4. If you would like to pay off your debts faster, dedicate the extra income from your side job just to pay for your debts. Start putting extra payment towards your debt with the highest interest rate, that is, your most expensive debt. When that debt is paid off, use the money to pay off the debt with second highest interest rate. Continue doing this until you pay off all your debts.
If it takes you a few years to accumulate your debts, it is reasonable to expect that it will take you a few years to pay them all off. There is no magic bullet solution, even if you go through debt consolidation, debt settlement, consumer proposal, or bankruptcy. All these options involve risks and fees (out of your pocket). Do the right thing – pay off your debts, even if it takes a long time.
Build an emergency fund (rainy-day fund) while you are paying down your debts. Why? Because emergency happens, and you don’t want to borrow money again in an emergency when you have paid the debt off or in the middle of paying it off. Remember, loans – whatever the name may be (overdraft, credit card, personal loan, home equity loan, line of credit, pawn loan, etc.) – are loans, debts to be paid back. Loans are NOT emergency fund. Establish a savings account for your emergency fund, and when you need to use the cash for your emergency, replenish the emergency fund as soon as you can.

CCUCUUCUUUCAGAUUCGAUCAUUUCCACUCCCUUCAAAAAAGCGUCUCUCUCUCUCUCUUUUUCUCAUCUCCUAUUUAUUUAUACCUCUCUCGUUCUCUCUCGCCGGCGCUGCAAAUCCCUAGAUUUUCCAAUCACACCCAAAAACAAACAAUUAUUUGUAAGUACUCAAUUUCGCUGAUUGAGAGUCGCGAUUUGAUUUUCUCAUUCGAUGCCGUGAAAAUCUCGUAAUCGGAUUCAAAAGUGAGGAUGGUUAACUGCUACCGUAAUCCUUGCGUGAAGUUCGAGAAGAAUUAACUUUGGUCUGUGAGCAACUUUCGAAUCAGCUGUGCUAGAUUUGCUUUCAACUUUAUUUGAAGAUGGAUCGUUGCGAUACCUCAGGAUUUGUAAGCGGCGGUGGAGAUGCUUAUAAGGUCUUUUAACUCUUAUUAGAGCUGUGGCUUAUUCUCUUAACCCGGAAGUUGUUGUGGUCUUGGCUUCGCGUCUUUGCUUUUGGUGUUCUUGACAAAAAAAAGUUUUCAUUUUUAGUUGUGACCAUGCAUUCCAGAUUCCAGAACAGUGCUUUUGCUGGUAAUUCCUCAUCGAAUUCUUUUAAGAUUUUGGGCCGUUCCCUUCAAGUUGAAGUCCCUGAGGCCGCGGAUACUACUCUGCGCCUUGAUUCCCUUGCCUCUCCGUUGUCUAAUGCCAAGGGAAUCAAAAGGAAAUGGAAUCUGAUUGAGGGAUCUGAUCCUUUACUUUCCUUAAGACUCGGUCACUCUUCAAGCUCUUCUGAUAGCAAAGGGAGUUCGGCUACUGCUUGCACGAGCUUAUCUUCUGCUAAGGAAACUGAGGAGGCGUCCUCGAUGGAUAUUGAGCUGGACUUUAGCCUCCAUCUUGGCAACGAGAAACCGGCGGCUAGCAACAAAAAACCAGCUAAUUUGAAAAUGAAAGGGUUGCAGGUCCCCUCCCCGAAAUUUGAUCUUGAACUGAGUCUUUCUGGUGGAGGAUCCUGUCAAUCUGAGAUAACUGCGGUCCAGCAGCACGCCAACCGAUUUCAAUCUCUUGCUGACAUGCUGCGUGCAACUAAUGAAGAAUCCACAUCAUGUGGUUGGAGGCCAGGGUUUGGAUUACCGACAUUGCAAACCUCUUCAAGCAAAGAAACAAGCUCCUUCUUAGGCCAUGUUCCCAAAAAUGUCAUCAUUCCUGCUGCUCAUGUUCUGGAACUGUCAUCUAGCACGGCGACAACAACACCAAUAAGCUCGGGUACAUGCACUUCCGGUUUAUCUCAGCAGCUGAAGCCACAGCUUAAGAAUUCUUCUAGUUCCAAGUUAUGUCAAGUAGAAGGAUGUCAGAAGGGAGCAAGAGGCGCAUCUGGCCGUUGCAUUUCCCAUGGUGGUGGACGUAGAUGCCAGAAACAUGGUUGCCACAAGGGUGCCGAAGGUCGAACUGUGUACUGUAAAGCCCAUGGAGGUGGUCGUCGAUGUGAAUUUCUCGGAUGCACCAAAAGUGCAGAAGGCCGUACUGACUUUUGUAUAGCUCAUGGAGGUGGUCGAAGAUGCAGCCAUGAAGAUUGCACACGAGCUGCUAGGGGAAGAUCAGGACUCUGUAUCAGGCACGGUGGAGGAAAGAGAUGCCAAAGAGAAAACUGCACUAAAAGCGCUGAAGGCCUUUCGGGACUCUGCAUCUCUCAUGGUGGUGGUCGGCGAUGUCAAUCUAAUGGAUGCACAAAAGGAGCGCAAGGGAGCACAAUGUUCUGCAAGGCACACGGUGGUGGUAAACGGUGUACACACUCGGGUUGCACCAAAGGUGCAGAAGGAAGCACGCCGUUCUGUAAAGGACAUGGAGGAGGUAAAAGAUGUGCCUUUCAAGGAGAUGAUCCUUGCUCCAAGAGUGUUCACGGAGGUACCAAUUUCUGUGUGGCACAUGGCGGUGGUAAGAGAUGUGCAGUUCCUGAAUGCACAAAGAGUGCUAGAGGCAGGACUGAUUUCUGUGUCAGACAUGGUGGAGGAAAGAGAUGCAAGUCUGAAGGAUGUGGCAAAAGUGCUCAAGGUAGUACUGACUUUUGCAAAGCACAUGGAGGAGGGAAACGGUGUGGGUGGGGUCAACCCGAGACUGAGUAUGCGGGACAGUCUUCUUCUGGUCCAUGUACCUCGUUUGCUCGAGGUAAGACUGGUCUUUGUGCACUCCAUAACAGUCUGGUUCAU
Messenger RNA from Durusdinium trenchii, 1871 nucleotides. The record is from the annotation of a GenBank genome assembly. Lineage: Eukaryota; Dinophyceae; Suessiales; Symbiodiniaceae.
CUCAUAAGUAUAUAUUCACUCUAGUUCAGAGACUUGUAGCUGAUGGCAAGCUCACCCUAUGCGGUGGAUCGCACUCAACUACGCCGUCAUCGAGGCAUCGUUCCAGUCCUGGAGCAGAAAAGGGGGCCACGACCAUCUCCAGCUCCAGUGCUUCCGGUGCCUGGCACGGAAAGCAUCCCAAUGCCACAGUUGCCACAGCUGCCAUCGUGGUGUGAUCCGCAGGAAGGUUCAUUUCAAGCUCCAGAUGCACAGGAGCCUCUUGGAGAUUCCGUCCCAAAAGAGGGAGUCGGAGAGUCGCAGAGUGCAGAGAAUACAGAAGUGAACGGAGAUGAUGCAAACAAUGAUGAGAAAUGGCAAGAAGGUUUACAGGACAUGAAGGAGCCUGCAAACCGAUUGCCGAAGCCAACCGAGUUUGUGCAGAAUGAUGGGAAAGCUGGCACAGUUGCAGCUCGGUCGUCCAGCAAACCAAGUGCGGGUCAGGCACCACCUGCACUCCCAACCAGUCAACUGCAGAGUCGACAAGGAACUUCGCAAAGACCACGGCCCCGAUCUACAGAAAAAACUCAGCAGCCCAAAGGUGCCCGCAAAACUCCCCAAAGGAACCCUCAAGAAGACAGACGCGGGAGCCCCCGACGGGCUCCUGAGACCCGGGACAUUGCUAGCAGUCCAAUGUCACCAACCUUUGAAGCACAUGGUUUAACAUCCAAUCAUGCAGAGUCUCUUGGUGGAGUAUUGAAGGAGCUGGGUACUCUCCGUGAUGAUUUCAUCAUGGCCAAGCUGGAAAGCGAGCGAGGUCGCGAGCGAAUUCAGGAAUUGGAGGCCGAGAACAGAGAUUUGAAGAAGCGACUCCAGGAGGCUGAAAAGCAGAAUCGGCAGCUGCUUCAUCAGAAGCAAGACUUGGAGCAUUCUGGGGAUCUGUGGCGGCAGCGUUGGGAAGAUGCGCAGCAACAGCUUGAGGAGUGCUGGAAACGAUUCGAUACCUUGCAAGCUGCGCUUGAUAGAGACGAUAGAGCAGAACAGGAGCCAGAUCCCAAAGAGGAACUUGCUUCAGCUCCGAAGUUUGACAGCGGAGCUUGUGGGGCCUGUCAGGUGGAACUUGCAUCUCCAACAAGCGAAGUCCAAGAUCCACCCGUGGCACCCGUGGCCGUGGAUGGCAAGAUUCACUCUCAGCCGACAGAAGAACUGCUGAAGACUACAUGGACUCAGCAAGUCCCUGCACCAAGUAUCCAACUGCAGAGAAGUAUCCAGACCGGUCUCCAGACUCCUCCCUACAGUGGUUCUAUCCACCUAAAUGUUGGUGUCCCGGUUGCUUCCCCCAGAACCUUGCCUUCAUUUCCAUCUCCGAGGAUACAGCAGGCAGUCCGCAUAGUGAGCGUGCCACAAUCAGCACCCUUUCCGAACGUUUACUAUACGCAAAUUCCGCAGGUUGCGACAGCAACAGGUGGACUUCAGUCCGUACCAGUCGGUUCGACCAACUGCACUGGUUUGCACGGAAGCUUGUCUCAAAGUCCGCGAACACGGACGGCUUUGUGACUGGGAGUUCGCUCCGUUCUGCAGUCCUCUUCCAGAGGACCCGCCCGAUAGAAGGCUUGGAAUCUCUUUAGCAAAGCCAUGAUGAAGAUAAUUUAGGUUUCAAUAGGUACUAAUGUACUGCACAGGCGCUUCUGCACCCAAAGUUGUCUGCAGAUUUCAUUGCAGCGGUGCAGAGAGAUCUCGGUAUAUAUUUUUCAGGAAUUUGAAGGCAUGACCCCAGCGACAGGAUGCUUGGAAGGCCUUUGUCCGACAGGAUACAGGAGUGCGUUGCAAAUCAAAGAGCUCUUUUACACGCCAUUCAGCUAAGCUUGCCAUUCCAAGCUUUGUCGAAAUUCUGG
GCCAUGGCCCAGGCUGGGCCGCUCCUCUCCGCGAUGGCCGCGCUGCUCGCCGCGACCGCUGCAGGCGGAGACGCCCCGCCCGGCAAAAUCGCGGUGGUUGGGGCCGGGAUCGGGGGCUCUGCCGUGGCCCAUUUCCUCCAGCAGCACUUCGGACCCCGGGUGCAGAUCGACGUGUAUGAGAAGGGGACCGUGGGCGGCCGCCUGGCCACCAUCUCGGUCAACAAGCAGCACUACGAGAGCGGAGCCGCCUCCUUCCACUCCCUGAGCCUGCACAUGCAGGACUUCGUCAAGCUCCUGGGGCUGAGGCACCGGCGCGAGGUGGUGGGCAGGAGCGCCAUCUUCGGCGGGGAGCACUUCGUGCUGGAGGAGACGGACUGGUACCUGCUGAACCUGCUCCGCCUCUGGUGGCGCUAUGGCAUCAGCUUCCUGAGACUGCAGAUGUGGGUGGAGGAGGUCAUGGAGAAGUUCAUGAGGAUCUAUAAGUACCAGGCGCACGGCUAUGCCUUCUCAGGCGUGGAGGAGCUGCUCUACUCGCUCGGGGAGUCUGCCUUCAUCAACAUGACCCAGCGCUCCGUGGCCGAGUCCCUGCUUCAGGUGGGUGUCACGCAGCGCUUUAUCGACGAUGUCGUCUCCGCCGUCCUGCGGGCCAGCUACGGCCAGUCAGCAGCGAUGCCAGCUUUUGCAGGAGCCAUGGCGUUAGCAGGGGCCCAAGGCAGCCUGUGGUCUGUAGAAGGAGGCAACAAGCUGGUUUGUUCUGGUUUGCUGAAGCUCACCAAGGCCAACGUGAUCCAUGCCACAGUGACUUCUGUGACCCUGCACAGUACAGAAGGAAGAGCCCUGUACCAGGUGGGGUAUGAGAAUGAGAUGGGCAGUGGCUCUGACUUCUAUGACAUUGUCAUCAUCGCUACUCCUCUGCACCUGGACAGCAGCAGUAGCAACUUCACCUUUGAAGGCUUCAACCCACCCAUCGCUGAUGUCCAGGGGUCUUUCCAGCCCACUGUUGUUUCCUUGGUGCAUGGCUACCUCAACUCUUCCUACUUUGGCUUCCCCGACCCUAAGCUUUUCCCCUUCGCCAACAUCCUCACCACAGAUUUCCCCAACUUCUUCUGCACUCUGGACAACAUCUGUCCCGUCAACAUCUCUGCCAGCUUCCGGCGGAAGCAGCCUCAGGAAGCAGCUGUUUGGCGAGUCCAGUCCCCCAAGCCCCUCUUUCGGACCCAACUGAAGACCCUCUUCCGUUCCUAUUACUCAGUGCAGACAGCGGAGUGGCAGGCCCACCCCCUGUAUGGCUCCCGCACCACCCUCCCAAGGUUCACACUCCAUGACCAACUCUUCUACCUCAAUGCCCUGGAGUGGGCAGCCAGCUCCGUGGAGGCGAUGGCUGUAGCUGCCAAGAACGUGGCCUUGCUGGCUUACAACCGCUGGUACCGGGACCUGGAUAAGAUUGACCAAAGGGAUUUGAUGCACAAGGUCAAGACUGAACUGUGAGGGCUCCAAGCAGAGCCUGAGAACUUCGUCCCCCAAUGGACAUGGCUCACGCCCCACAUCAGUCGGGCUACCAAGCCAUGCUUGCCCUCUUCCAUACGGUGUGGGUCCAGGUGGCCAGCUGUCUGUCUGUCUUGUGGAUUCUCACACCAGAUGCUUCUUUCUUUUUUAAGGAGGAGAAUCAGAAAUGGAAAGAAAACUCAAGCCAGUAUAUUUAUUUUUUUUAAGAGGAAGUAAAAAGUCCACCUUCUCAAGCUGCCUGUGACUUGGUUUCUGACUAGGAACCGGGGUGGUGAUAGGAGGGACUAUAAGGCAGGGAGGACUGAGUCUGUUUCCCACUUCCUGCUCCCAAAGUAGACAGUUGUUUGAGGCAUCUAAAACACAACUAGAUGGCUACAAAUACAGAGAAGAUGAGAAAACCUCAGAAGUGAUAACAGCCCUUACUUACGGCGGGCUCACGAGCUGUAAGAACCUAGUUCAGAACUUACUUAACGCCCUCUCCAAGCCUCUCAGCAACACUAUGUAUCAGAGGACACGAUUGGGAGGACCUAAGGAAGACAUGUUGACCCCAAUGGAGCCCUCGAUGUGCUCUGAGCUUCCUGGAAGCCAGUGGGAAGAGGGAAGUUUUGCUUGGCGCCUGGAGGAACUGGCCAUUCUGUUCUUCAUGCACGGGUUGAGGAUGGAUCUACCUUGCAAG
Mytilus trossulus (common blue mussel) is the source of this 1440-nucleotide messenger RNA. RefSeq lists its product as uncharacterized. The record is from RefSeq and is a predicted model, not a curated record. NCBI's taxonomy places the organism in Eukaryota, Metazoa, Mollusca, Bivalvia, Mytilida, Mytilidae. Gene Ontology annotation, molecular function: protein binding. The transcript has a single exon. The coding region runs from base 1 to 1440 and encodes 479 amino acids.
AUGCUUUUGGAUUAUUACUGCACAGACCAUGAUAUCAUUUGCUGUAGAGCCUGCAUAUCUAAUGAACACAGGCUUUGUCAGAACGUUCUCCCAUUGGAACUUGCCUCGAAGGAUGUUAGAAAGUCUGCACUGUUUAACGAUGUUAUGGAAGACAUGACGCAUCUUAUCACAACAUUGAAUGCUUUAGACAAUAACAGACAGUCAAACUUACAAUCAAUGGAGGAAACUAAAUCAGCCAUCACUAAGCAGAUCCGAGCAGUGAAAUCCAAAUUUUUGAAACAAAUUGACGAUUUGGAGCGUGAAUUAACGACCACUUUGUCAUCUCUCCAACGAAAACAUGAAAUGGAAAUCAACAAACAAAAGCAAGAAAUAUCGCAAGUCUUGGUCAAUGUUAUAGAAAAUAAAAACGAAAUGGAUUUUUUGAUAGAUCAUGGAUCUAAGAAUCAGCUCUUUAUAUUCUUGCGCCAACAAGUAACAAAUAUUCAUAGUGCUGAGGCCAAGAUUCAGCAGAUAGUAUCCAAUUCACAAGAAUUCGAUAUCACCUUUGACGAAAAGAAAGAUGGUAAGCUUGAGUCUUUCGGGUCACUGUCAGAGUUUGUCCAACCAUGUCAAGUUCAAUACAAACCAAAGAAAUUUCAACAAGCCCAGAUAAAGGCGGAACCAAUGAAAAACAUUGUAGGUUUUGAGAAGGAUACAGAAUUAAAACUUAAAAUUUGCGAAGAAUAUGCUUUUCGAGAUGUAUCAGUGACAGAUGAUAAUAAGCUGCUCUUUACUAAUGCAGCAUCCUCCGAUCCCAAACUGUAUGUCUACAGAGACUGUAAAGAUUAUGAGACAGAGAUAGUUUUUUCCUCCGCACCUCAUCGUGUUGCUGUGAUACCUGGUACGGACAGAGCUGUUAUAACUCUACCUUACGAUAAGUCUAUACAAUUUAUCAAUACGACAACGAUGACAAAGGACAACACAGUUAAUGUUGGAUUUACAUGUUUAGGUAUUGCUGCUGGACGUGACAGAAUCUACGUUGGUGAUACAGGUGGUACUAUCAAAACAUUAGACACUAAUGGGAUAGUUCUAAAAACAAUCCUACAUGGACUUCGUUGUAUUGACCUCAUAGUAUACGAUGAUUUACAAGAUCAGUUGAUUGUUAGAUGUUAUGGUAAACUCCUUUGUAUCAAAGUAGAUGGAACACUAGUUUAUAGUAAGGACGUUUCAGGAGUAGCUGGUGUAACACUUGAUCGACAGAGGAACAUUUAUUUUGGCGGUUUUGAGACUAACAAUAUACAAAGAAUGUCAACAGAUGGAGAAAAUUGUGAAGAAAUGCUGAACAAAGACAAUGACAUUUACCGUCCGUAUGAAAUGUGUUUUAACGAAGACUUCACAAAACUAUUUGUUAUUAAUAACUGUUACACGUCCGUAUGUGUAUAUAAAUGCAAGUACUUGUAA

Once you have paid off your debts, do not go back to your old way. Live within your means, spend less than your income and enjoy your financial freedom. Remember that a borrower is a slave to the lender (Proverbs 22:7 – The rich rule over the poor, and the borrower is slave to the lender).
In conclusion, when you have debts, understand why you have accumulated them and work towards tackling the source of the problem while paying them off. When you recognize mistakes you have made, try to avoid the same mistakes in the future. Pay off your debts, diligently.
For more help with ways to pay off your debts, setting up your personalized and sustainable budget, or any other money matters, contact me Effie[at]PrudentMoneyCoach[dot]com or (six zero four) 728-5139. Take advantage of my free first assessment meeting to see if we are a good fit.